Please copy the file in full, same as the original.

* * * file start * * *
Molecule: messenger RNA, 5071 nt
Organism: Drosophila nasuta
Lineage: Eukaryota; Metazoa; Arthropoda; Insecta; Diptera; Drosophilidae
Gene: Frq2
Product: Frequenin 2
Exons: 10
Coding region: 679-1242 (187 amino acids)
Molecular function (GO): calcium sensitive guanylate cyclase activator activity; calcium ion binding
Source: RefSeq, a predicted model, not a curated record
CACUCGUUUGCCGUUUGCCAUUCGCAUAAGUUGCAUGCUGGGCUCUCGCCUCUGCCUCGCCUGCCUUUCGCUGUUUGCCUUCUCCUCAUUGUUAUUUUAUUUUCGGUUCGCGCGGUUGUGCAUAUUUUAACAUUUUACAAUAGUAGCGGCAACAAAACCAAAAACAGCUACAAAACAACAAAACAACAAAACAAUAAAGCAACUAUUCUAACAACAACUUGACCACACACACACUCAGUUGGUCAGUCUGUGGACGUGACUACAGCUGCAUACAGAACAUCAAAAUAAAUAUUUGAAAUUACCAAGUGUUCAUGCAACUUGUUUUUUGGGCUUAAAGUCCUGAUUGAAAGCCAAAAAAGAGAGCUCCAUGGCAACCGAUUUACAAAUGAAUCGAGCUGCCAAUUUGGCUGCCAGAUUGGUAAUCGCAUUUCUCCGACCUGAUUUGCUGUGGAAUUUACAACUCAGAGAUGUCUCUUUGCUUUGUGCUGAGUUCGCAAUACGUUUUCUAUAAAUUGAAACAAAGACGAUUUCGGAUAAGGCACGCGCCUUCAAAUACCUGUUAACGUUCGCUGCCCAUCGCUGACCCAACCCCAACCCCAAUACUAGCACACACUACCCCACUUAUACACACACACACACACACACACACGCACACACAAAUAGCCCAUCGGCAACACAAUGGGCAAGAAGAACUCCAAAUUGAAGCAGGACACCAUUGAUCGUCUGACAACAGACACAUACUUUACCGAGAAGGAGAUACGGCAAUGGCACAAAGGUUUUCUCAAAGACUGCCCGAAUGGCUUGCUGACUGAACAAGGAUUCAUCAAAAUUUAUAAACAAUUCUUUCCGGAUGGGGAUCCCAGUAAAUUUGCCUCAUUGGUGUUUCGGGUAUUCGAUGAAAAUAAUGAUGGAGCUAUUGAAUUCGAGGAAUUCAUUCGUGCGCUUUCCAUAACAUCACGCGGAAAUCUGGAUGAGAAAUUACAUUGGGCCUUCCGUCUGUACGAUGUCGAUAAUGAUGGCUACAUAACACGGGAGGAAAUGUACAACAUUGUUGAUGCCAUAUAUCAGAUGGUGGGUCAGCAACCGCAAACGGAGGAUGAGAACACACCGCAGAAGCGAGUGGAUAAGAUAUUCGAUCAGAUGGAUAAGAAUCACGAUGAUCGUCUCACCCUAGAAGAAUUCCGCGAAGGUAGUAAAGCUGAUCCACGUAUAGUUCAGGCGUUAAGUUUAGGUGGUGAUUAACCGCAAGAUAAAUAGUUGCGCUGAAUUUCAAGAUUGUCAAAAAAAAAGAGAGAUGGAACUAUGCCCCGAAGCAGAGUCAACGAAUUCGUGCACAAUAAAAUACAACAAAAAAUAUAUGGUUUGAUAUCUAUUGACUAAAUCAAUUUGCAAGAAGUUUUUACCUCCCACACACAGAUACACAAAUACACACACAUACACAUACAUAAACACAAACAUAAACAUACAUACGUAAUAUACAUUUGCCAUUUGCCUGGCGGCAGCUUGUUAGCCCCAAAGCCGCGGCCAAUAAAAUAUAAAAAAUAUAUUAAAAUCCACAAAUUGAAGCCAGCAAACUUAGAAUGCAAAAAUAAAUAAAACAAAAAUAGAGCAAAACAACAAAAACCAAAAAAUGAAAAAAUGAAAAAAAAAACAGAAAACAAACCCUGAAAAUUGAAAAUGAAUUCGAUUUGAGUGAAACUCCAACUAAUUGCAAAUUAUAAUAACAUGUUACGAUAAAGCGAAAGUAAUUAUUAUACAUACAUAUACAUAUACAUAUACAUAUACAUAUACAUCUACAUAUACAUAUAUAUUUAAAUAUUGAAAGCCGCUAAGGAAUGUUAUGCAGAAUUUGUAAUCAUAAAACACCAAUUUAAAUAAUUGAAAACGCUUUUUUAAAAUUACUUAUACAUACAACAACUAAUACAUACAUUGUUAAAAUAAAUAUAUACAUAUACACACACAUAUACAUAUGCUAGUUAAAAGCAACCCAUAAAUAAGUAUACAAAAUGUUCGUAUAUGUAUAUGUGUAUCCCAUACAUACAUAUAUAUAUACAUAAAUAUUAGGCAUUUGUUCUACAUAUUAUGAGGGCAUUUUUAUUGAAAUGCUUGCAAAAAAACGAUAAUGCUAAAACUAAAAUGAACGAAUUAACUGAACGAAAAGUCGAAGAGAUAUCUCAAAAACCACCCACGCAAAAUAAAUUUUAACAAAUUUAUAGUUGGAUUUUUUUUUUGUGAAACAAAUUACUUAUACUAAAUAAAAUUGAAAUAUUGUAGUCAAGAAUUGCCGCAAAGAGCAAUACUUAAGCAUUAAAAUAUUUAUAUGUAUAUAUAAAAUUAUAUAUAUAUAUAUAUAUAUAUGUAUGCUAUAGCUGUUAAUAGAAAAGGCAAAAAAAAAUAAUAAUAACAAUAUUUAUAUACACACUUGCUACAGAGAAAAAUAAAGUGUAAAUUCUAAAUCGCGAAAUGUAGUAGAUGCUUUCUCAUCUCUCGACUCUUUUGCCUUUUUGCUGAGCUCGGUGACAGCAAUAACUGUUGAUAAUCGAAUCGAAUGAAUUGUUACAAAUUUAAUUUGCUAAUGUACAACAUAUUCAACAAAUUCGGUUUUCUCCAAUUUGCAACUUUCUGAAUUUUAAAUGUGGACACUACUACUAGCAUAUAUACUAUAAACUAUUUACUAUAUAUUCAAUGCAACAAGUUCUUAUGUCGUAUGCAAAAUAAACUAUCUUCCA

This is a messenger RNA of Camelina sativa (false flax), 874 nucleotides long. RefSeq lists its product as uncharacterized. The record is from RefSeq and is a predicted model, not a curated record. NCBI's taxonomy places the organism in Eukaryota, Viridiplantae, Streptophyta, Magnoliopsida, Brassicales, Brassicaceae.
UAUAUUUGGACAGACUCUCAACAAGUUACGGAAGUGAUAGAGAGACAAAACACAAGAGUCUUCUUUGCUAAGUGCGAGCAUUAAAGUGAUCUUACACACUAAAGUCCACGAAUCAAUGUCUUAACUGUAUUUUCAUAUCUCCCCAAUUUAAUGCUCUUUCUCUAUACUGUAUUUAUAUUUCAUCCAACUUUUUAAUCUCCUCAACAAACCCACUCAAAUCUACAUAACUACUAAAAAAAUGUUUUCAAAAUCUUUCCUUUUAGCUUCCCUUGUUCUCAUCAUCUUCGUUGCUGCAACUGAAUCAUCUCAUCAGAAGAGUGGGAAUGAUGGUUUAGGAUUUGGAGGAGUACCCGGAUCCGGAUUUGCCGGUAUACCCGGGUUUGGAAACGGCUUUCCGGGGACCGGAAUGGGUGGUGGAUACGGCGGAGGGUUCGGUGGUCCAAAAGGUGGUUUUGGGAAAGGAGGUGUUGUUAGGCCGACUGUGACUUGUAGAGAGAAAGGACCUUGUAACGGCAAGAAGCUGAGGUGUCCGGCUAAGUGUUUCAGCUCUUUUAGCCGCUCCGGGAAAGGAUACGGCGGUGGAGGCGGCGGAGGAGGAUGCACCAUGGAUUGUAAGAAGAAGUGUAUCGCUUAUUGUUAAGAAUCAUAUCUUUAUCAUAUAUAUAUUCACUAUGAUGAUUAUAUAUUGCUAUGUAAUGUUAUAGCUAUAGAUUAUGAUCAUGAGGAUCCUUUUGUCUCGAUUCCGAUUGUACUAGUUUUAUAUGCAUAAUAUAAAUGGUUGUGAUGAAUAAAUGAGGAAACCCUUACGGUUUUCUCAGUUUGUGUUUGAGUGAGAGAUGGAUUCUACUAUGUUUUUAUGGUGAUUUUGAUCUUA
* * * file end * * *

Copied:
Molecule: messenger RNA, 5071 nt
Organism: Drosophila nasuta
Lineage: Eukaryota; Metazoa; Arthropoda; Insecta; Diptera; Drosophilidae
Gene: Frq2
Product: Frequenin 2
Exons: 10
Coding region: 679-1242 (187 amino acids)
Molecular function (GO): calcium sensitive guanylate cyclase activator activity; calcium ion binding
Source: RefSeq, a predicted model, not a curated record
CACUCGUUUGCCGUUUGCCAUUCGCAUAAGUUGCAUGCUGGGCUCUCGCCUCUGCCUCGCCUGCCUUUCGCUGUUUGCCUUCUCCUCAUUGUUAUUUUAUUUUCGGUUCGCGCGGUUGUGCAUAUUUUAACAUUUUACAAUAGUAGCGGCAACAAAACCAAAAACAGCUACAAAACAACAAAACAACAAAACAAUAAAGCAACUAUUCUAACAACAACUUGACCACACACACACUCAGUUGGUCAGUCUGUGGACGUGACUACAGCUGCAUACAGAACAUCAAAAUAAAUAUUUGAAAUUACCAAGUGUUCAUGCAACUUGUUUUUUGGGCUUAAAGUCCUGAUUGAAAGCCAAAAAAGAGAGCUCCAUGGCAACCGAUUUACAAAUGAAUCGAGCUGCCAAUUUGGCUGCCAGAUUGGUAAUCGCAUUUCUCCGACCUGAUUUGCUGUGGAAUUUACAACUCAGAGAUGUCUCUUUGCUUUGUGCUGAGUUCGCAAUACGUUUUCUAUAAAUUGAAACAAAGACGAUUUCGGAUAAGGCACGCGCCUUCAAAUACCUGUUAACGUUCGCUGCCCAUCGCUGACCCAACCCCAACCCCAAUACUAGCACACACUACCCCACUUAUACACACACACACACACACACACACGCACACACAAAUAGCCCAUCGGCAACACAAUGGGCAAGAAGAACUCCAAAUUGAAGCAGGACACCAUUGAUCGUCUGACAACAGACACAUACUUUACCGAGAAGGAGAUACGGCAAUGGCACAAAGGUUUUCUCAAAGACUGCCCGAAUGGCUUGCUGACUGAACAAGGAUUCAUCAAAAUUUAUAAACAAUUCUUUCCGGAUGGGGAUCCCAGUAAAUUUGCCUCAUUGGUGUUUCGGGUAUUCGAUGAAAAUAAUGAUGGAGCUAUUGAAUUCGAGGAAUUCAUUCGUGCGCUUUCCAUAACAUCACGCGGAAAUCUGGAUGAGAAAUUACAUUGGGCCUUCCGUCUGUACGAUGUCGAUAAUGAUGGCUACAUAACACGGGAGGAAAUGUACAACAUUGUUGAUGCCAUAUAUCAGAUGGUGGGUCAGCAACCGCAAACGGAGGAUGAGAACACACCGCAGAAGCGAGUGGAUAAGAUAUUCGAUCAGAUGGAUAAGAAUCACGAUGAUCGUCUCACCCUAGAAGAAUUCCGCGAAGGUAGUAAAGCUGAUCCACGUAUAGUUCAGGCGUUAAGUUUAGGUGGUGAUUAACCGCAAGAUAAAUAGUUGCGCUGAAUUUCAAGAUUGUCAAAAAAAAAGAGAGAUGGAACUAUGCCCCGAAGCAGAGUCAACGAAUUCGUGCACAAUAAAAUACAACAAAAAAUAUAUGGUUUGAUAUCUAUUGACUAAAUCAAUUUGCAAGAAGUUUUUACCUCCCACACACAGAUACACAAAUACACACACAUACACAUACAUAAACACAAACAUAAACAUACAUACGUAAUAUACAUUUGCCAUUUGCCUGGCGGCAGCUUGUUAGCCCCAAAGCCGCGGCCAAUAAAAUAUAAAAAAUAUAUUAAAAUCCACAAAUUGAAGCCAGCAAACUUAGAAUGCAAAAAUAAAUAAAACAAAAAUAGAGCAAAACAACAAAAACCAAAAAAUGAAAAAAUGAAAAAAAAAACAGAAAACAAACCCUGAAAAUUGAAAAUGAAUUCGAUUUGAGUGAAACUCCAACUAAUUGCAAAUUAUAAUAACAUGUUACGAUAAAGCGAAAGUAAUUAUUAUACAUACAUAUACAUAUACAUAUACAUAUACAUAUACAUCUACAUAUACAUAUAUAUUUAAAUAUUGAAAGCCGCUAAGGAAUGUUAUGCAGAAUUUGUAAUCAUAAAACACCAAUUUAAAUAAUUGAAAACGCUUUUUUAAAAUUACUUAUACAUACAACAACUAAUACAUACAUUGUUAAAAUAAAUAUAUACAUAUACACACACAUAUACAUAUGCUAGUUAAAAGCAACCCAUAAAUAAGUAUACAAAAUGUUCGUAUAUGUAUAUGUGUAUCCCAUACAUACAUAUAUAUAUACAUAAAUAUUAGGCAUUUGUUCUACAUAUUAUGAGGGCAUUUUUAUUGAAAUGCUUGCAAAAAAACGAUAAUGCUAAAACUAAAAUGAACGAAUUAACUGAACGAAAAGUCGAAGAGAUAUCUCAAAAACCACCCACGCAAAAUAAAUUUUAACAAAUUUAUAGUUGGAUUUUUUUUUUGUGAAACAAAUUACUUAUACUAAAUAAAAUUGAAAUAUUGUAGUCAAGAAUUGCCGCAAAGAGCAAUACUUAAGCAUUAAAAUAUUUAUAUGUAUAUAUAAAAUUAUAUAUAUAUAUAUAUAUAUAUGUAUGCUAUAGCUGUUAAUAGAAAAGGCAAAAAAAAAUAAUAAUAACAAUAUUUAUAUACACACUUGCUACAGAGAAAAAUAAAGUGUAAAUUCUAAAUCGCGAAAUGUAGUAGAUGCUUUCUCAUCUCUCGACUCUUUUGCCUUUUUGCUGAGCUCGGUGACAGCAAUAACUGUUGAUAAUCGAAUCGAAUGAAUUGUUACAAAUUUAAUUUGCUAAUGUACAACAUAUUCAACAAAUUCGGUUUUCUCCAAUUUGCAACUUUCUGAAUUUUAAAUGUGGACACUACUACUAGCAUAUAUACUAUAAACUAUUUACUAUAUAUUCAAUGCAACAAGUUCUUAUGUCGUAUGCAAAAUAAACUAUCUUCCA

This is a messenger RNA of Camelina sativa (false flax), 874 nucleotides long. RefSeq lists its product as uncharacterized. The record is from RefSeq and is a predicted model, not a curated record. NCBI's taxonomy places the organism in Eukaryota, Viridiplantae, Streptophyta, Magnoliopsida, Brassicales, Brassicaceae.
UAUAUUUGGACAGACUCUCAACAAGUUACGGAAGUGAUAGAGAGACAAAACACAAGAGUCUUCUUUGCUAAGUGCGAGCAUUAAAGUGAUCUUACACACUAAAGUCCACGAAUCAAUGUCUUAACUGUAUUUUCAUAUCUCCCCAAUUUAAUGCUCUUUCUCUAUACUGUAUUUAUAUUUCAUCCAACUUUUUAAUCUCCUCAACAAACCCACUCAAAUCUACAUAACUACUAAAAAAAUGUUUUCAAAAUCUUUCCUUUUAGCUUCCCUUGUUCUCAUCAUCUUCGUUGCUGCAACUGAAUCAUCUCAUCAGAAGAGUGGGAAUGAUGGUUUAGGAUUUGGAGGAGUACCCGGAUCCGGAUUUGCCGGUAUACCCGGGUUUGGAAACGGCUUUCCGGGGACCGGAAUGGGUGGUGGAUACGGCGGAGGGUUCGGUGGUCCAAAAGGUGGUUUUGGGAAAGGAGGUGUUGUUAGGCCGACUGUGACUUGUAGAGAGAAAGGACCUUGUAACGGCAAGAAGCUGAGGUGUCCGGCUAAGUGUUUCAGCUCUUUUAGCCGCUCCGGGAAAGGAUACGGCGGUGGAGGCGGCGGAGGAGGAUGCACCAUGGAUUGUAAGAAGAAGUGUAUCGCUUAUUGUUAAGAAUCAUAUCUUUAUCAUAUAUAUAUUCACUAUGAUGAUUAUAUAUUGCUAUGUAAUGUUAUAGCUAUAGAUUAUGAUCAUGAGGAUCCUUUUGUCUCGAUUCCGAUUGUACUAGUUUUAUAUGCAUAAUAUAAAUGGUUGUGAUGAAUAAAUGAGGAAACCCUUACGGUUUUCUCAGUUUGUGUUUGAGUGAGAGAUGGAUUCUACUAUGUUUUUAUGGUGAUUUUGAUCUUA